Israel’s binary options industry has brought in $10 Billion a year for the past ten years through conning millions of people around the world. Israeli legislators finally just banned it, concerned that the scam was hurting Israel’s image. It was already illegal to sell to Israelis. Some consider the bill too little, too late.
Israeli lawmakers have finally passed a law they say will ban Israel’s notorious binary options industry, which has brought in $10 billion a year.
The money was made by scamming millions of people around the world. A recent Reuters article reports: “London-based lawyers said hundreds of their clients were duped out of vast sums of money by some Israeli firms. More than 100 operators are estimated to be based in Israel, a technology hub.”
The industry was officially banned in the U.S. but Israeli operators still managed to scam many Americans. An article in Finance Feeds reports: “America is still a target for these nefarious entities whose methodology stems not from the financial markets or technology sectors, but from the lowbrow depths of online gambling, lead buying and affiliate marketing in Israel.”
News stories through the years have described misery and suicides among victims. Finally, a year ago the Israeli government banned sales of binary options to Israelis, but continued to permit them to the rest of the world.
The current bill that now also outlaws sales abroad was passed when Israeli legislators became concerned that the industry was hurting Israel’s image.
The Jewish Telegraphic Agency (JTA) reports that Knesset member Rachel Azaria said in introducing the recent bill: “We worry about the BDS movement. This industry has a huge impact on how Israel is viewed throughout the world. Our government officials go to international conferences and their colleagues abroad raise their eyebrows because of this industry.”
Israel National News reports that notes on behalf of the proposed legislation warned that “Israeli binary option companies risked damaging the country’s reputation and ‘could foment anti-Semitism’.”
The Times of Israel reports that the legislation was catalyzed by the outcry “among overseas law enforcement agencies, with the FBI at the forefront, that Israel was allowing this ‘monstrous’ fraud to flourish year after year.”
For years the Israeli government did little to stop it. JTA reports that despite widespread awareness of the scam, “Only a handful of Israelis have been arrested for binary options fraud, and none have been indicted, even as international law enforcement against the industry has ramped up.”
The article reports that an Israeli police superintendent “said Israeli organized crime was being massively enriched and strengthened because of law enforcement’s failure to grasp the scope of the problem.”
The law is set to take effect in three months, but some raise questions about it, charging that it lets perpetrators off the hook without punishment, allows scammers to simply relocate, and exempts similar activities, allowing the massive profits through victimization to continue.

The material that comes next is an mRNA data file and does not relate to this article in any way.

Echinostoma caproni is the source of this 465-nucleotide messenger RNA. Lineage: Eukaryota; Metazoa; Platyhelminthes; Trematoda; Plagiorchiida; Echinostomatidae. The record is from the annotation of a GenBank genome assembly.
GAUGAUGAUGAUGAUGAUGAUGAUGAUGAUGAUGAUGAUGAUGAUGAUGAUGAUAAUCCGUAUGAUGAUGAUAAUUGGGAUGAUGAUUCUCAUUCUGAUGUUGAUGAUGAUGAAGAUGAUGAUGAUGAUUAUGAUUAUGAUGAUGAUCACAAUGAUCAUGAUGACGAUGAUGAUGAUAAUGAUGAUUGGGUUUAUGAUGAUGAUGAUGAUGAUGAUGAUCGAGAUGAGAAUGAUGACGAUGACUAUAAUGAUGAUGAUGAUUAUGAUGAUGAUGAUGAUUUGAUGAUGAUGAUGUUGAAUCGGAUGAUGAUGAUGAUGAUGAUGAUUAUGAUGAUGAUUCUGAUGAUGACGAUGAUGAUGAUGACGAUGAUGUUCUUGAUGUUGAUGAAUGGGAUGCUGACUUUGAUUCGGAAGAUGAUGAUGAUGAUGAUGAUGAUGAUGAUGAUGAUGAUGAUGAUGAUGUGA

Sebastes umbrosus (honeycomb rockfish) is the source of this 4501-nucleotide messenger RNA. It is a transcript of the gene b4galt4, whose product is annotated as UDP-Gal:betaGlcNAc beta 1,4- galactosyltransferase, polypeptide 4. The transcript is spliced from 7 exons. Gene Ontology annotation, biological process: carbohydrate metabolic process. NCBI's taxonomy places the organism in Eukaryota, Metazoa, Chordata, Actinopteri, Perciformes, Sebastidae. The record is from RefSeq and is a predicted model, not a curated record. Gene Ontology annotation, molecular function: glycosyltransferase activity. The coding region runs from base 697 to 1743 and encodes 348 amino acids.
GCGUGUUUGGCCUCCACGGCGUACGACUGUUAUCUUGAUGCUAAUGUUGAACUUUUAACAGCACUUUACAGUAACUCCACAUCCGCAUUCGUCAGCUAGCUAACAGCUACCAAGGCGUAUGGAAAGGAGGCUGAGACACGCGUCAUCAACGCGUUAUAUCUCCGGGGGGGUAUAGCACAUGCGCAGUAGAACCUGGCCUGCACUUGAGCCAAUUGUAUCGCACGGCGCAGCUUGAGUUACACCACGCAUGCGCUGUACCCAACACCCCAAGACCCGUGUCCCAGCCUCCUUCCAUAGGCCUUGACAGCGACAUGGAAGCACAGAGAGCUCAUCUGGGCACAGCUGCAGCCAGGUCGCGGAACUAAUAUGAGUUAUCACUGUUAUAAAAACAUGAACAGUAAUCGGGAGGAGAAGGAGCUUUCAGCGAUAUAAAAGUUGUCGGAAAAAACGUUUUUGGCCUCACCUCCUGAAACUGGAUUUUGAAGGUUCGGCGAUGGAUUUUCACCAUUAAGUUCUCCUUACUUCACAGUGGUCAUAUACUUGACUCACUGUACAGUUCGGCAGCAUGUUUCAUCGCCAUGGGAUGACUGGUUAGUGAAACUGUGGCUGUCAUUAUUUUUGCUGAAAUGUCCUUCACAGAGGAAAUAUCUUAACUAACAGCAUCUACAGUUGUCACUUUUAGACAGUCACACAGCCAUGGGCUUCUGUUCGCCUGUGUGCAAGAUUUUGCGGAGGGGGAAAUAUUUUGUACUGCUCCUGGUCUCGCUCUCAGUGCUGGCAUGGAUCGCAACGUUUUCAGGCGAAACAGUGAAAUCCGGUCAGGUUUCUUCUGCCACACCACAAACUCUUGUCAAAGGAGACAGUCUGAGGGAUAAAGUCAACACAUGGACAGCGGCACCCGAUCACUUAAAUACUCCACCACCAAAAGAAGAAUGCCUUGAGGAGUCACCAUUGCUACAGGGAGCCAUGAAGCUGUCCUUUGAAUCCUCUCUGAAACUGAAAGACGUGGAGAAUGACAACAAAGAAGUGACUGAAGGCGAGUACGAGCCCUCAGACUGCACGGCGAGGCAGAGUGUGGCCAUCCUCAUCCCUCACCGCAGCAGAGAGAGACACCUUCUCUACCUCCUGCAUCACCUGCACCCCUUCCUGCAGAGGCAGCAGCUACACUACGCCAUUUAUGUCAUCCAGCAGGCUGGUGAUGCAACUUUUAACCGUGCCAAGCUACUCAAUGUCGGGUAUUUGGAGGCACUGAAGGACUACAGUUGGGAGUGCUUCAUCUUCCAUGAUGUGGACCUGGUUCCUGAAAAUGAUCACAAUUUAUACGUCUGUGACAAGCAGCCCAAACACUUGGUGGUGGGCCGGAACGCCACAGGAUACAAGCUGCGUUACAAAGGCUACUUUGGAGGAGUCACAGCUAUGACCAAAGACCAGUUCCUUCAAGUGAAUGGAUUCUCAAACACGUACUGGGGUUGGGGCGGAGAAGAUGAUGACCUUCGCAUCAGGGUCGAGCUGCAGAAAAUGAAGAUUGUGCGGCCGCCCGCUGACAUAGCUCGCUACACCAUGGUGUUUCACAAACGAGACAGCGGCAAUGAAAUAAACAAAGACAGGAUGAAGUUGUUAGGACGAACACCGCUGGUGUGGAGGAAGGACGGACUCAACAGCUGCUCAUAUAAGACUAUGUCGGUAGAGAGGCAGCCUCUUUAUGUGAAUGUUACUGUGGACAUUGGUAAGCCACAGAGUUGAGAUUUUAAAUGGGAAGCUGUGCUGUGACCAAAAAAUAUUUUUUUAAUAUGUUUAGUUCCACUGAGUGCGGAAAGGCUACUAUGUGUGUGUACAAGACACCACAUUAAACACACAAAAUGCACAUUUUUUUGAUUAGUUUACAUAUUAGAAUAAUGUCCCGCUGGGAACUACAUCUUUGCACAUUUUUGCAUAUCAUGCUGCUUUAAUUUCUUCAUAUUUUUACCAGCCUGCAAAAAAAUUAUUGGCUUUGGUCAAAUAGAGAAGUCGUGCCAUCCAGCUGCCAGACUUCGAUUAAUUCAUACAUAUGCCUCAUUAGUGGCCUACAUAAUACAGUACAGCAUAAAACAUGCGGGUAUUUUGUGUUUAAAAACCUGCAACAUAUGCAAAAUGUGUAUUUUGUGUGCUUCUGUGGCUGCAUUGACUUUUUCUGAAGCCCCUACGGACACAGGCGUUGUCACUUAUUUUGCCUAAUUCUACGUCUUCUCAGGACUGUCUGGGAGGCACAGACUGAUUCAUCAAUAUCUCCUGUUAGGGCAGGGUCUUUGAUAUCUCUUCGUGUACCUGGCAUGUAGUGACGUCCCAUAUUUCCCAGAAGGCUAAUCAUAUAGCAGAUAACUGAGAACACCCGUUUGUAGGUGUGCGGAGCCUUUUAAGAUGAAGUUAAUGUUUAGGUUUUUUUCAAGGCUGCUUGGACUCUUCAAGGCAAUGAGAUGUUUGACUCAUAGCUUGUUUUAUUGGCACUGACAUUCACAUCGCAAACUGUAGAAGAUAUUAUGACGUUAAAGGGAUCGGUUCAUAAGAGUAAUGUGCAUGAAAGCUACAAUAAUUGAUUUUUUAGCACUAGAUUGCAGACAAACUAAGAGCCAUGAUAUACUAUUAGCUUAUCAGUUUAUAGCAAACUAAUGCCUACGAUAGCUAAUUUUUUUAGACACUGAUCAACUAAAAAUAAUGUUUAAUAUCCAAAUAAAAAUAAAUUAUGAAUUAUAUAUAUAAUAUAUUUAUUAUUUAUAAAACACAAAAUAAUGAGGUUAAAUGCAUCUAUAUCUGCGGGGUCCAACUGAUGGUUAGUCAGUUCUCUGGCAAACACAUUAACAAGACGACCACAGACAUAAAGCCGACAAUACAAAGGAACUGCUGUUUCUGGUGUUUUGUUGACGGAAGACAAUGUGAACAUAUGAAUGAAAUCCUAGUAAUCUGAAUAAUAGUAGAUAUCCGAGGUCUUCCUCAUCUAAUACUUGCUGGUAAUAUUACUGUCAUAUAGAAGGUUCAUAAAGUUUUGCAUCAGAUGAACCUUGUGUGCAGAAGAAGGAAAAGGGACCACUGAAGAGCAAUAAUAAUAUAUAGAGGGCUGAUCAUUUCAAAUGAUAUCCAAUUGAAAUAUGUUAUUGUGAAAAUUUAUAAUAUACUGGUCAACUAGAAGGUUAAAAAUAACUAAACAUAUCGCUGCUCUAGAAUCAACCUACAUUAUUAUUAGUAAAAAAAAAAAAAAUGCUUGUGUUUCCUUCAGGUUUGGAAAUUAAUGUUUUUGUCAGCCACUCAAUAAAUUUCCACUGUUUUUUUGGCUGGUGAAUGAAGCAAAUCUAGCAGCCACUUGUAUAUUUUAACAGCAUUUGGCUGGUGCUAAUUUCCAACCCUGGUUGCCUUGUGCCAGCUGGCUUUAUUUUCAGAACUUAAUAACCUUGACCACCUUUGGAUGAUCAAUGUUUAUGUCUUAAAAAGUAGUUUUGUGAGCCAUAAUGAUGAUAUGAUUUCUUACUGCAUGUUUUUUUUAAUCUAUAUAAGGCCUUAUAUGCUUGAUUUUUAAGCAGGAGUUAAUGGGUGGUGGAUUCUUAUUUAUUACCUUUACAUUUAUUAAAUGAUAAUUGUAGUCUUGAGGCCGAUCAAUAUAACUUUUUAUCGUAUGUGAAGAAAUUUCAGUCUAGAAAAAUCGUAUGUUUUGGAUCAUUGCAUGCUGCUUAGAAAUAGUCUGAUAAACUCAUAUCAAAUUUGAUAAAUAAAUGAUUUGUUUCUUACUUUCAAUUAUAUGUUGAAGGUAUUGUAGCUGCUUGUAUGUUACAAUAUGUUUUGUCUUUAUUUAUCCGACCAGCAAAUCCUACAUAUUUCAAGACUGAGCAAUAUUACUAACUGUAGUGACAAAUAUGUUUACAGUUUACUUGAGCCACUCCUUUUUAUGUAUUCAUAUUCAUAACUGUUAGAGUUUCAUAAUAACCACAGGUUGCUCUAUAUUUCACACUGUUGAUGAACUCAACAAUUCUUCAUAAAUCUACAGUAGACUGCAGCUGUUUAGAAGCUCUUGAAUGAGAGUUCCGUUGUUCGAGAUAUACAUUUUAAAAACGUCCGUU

The Times of Israel reports: “The original text was watered down — creating loopholes through which binary options and other rogues, simply by retooling what they do, will be able to continue to prosper.”
Austin Smith, founder of a company that reclaims money for binary options victims, calls the law “total garbage” that allows perpetrators to shift into new rackets without answering for their past scams.
“It’s more a political talking point than actually something with teeth that’s going to stop more fraud from being perpetrated,” he said. “It also does nothing to help victims of fraud recover any of their money.”
JTA reports that Smith is working with attorneys around the world to track down the heads of binary options companies as they open new operations in Cyprus and elsewhere, moving into such industries as diamond sales, cryptocurrencies and predatory business loans.
The original legislation authored by the Israel Securities Authority would have also outlawed similar gambits – companies involved in the foreign exchange market, or Forex, and CFD financial instruments. Pressure from lobbyists caused these to be removed from the bill.
Also, some actions are still permissible under the new law. Finance Magnates reports that binary options agents will be allowed “to provide research and development services (in other words – to develop the trading software) and to sell trading software as a shelf product.”
The FM article points out: “It remains to be seen how the amendment will be enforced.”
In particular, the question may be “how much flexibility the Israeli Securities Authority (ISA) will show when industry players, especially technology and platform solutions providers, seek relief or exemption from the ISA by trying to establish that their services do not amount to operating a trading platform but rather are in the permitted realm of software development.”
The Times of Israel reports: “Binary options owners and investors include former senior employees of the state, well-known public figures, relatives of former senior police officers and more. Immensely wealthy, some of the key figures make substantial charity donations — which in turn give them access to political figures all the way to the very top of the Israeli hierarchy.”